Does This Speech Opening Sound Familiar?
“Ladies and gentlemen, honored guests. Thank you for the opportunity to be with you. It’s a great honor to be here to present my speech….”
Does this speech opening sound familiar? It should, because it’s one of the most commonly used methods to begin a talk. It’s the same thing that nearly every other speaker says. This opening practically guarantees one thing… the audience is about to ‘check out’ of your presentation.
To quote Hall of Fame speaker and speech trainer Patricia Fripp, “Sameness is boring.” And boring is quickly forgotten.
If you want your message to stand out, say something different when you begin.
You may be asking, ‘How do I create an opening that is different, one that ‘stands out from the crowd’?’
Excellent question. I’m glad you asked.
There are several effective opening tools you can use:
1) Ask a question (ie. “What would you do if you had an extra $1500 every month?”)
2) Make a startling statement (ie. “You can change your entire future if you adopt this one, simple habit!”)
3) Offer an interesting statistic (ie. “Every baby born in America will end it’s first day $156,250 in debt!”)
4) Begin with a story
The Power of Stories to Grab Audience Attention
Stories are my favorite method of beginning a presentation. Stories can immediately pull the audience into your talk, create curiosity and orient them to your main message. They also make you stand out from other speakers.
One of the keys to this strategy is to tell stories from your life, then share the lesson you learned from those events.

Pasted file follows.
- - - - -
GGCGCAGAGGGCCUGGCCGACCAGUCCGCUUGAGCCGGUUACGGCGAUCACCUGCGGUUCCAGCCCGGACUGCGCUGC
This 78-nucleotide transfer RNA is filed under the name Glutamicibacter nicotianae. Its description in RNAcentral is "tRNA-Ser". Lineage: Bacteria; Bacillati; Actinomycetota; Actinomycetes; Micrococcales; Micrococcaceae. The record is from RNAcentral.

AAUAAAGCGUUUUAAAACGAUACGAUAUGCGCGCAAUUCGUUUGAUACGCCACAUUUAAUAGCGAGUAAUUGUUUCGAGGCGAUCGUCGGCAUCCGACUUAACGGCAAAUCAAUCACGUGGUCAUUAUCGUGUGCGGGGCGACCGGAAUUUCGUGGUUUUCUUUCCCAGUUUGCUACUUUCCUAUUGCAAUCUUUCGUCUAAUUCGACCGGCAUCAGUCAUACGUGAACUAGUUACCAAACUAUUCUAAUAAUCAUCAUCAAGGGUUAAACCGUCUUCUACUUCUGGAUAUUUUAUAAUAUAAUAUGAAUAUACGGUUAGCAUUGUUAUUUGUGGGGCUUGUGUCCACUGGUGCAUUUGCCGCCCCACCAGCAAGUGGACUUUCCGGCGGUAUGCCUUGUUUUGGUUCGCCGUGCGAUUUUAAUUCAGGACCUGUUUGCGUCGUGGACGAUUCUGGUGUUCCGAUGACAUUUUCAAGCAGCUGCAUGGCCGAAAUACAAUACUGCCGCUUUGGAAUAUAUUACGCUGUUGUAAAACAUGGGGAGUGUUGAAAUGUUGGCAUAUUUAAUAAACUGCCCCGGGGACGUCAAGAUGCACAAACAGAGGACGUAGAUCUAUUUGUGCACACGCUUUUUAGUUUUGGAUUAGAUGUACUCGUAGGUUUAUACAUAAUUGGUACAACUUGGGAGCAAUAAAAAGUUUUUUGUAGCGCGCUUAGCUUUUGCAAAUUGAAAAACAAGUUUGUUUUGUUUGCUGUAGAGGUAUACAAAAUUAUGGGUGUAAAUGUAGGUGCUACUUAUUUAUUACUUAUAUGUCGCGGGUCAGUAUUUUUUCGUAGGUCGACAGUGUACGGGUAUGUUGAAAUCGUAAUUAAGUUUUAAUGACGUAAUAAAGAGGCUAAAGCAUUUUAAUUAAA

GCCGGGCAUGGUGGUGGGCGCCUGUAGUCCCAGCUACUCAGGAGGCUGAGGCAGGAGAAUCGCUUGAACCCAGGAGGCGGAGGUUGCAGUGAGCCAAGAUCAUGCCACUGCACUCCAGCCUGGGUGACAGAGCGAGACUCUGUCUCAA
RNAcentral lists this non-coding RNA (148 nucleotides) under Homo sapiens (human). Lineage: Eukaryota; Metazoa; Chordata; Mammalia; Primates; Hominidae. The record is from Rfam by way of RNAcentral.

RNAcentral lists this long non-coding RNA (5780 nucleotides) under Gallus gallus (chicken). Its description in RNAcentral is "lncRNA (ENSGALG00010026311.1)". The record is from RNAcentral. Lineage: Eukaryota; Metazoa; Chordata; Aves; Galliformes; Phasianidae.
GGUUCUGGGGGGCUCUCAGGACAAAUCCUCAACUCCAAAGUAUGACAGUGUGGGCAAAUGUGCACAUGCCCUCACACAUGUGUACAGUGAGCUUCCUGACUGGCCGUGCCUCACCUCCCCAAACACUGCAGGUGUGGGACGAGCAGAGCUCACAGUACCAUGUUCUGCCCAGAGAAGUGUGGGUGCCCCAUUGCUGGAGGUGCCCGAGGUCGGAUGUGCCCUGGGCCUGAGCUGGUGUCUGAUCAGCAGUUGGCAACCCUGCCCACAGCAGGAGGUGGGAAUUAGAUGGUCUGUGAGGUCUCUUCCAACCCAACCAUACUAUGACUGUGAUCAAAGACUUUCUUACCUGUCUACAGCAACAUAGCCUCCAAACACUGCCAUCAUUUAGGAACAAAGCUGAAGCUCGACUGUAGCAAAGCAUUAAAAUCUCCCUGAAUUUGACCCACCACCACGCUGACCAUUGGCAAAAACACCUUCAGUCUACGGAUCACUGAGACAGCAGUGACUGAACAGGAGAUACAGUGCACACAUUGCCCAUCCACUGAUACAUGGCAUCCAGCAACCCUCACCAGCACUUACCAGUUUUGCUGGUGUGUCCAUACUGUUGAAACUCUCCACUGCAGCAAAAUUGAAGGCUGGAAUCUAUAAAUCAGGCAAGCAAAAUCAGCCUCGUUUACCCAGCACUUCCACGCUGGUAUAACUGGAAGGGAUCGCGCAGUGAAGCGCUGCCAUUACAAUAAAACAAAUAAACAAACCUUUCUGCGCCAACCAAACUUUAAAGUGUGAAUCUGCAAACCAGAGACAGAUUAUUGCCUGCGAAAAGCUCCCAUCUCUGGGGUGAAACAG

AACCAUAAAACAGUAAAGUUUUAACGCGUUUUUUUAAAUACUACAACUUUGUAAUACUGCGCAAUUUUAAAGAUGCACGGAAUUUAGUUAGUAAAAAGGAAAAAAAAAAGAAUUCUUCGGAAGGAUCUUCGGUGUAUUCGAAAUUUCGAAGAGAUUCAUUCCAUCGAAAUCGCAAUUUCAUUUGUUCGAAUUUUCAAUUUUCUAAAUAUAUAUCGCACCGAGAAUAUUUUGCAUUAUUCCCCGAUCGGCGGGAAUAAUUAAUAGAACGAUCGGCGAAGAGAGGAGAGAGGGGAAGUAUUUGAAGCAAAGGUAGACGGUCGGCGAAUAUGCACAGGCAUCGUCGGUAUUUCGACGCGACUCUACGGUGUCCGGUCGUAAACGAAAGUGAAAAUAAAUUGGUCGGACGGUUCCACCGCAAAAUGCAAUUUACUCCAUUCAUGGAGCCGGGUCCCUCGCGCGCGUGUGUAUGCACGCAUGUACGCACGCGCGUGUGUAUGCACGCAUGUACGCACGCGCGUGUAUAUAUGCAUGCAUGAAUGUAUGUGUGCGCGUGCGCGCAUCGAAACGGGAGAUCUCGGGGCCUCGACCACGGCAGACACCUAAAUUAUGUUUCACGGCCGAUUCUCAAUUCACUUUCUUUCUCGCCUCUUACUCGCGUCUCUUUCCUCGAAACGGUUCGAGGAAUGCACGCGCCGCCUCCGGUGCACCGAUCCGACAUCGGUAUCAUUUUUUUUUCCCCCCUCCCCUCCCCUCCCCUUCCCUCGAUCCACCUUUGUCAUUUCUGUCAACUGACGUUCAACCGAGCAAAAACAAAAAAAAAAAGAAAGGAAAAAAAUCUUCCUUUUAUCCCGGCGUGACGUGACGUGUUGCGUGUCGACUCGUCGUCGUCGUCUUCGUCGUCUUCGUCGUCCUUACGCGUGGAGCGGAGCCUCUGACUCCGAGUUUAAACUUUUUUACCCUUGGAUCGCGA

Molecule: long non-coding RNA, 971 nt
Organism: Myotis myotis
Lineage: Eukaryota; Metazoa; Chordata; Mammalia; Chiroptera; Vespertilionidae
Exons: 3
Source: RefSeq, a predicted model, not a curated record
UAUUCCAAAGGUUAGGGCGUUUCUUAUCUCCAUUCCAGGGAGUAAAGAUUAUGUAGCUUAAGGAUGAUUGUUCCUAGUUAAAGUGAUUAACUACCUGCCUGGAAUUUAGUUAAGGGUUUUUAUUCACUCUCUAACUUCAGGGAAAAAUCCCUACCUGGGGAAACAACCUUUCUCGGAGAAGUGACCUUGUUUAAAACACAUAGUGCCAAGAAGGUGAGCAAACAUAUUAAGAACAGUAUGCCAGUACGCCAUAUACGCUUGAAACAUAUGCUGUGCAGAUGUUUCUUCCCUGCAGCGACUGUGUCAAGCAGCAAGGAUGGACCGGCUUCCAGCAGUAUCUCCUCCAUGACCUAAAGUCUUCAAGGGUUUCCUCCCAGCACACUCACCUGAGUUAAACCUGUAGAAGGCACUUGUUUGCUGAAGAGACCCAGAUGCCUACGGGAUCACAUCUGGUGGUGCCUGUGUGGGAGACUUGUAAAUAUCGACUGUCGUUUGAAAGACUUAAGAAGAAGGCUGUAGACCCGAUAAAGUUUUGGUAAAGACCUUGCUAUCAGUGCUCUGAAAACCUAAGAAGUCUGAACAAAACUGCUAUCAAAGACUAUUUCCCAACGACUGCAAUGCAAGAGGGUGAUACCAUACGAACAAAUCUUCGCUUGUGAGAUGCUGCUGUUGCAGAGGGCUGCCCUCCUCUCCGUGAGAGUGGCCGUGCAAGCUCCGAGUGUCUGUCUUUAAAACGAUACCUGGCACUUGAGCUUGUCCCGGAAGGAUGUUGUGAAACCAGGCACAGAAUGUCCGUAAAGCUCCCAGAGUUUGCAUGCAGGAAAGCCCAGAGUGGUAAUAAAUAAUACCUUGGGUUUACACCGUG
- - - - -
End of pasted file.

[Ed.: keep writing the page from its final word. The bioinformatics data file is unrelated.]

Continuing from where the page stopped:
It really is that simple.
Too many speakers use tired and worn-out anecdotes or stories that they find in ‘Chicken Soup for the Soul,’ the Internet or pick-up from other speakers. Chances are good that some of your audience members have already heard these. If that’s the case, you’ll lose credibility for your lack of originality.
Why Tell YOUR Stories?
When you share your story and your experience, you guarantee that no one has heard your presentation. How could they – it’s your story and yours alone.
This doesn’t mean the lesson you learned is unique, but your interpretation of it is. For example, in my speech ‘Put the Fun in Your Funk,’ I talk about injecting more humor into your life to get through difficult times.
Nothing unique about that, but what made the speech distinct was my experience of making a fool of myself in my car one day while stuck in traffic, and the reaction of another driver. The other story was my humorous behavior in the hospital when I was admitted for a serious illness. Those vignettes allow me to share my perspective on a common theme. I avoid the problem of sounding like other speakers.
Create a Stand OUT Opening
Remember, sameness is boring. Although your main idea probably isn’t unique, your life experiences are. For your next presentation, write down a list of events that have impacted you – no matter how great or small they may have seemed at the time. Write down the lesson from those experiences. Ask how your audience can benefit from them.
When you take the time to craft a speech opening from this perspective, you’re well on your way to standing out from the crowd, and delivering a message that impacts long after you give your talk.
Sell More With Stories – Book 3: How To Gain Trust With Your “WHY” Story
Want to quickly get past the walls of distrust and skepticism of prospective clients?
Want to create a connection with others that lays the foundation for long-term mutually beneficial client relationships?
‘How to Gain Trust With Your “WHY” Story’ shows you how to do just that.
In this book, you’ll pick up the processes and tools to craft stories that separate you from other salespeople. You won’t spew facts and figures about you or your company. You’ll share stories that connect with others on a deep, emotional level. This type of story can shorten your sales cycle, because it builds trust faster, and encourages your clients to open up more to you.
To learn this Stand OUT story structure that can increase your sales while reducing the stress of the selling process, get your copy of book 3 in the ‘Sell More With Stories’ series: ‘How to Gain Trust With Your “WHY” Story.’ To get your Kindle copy, click here.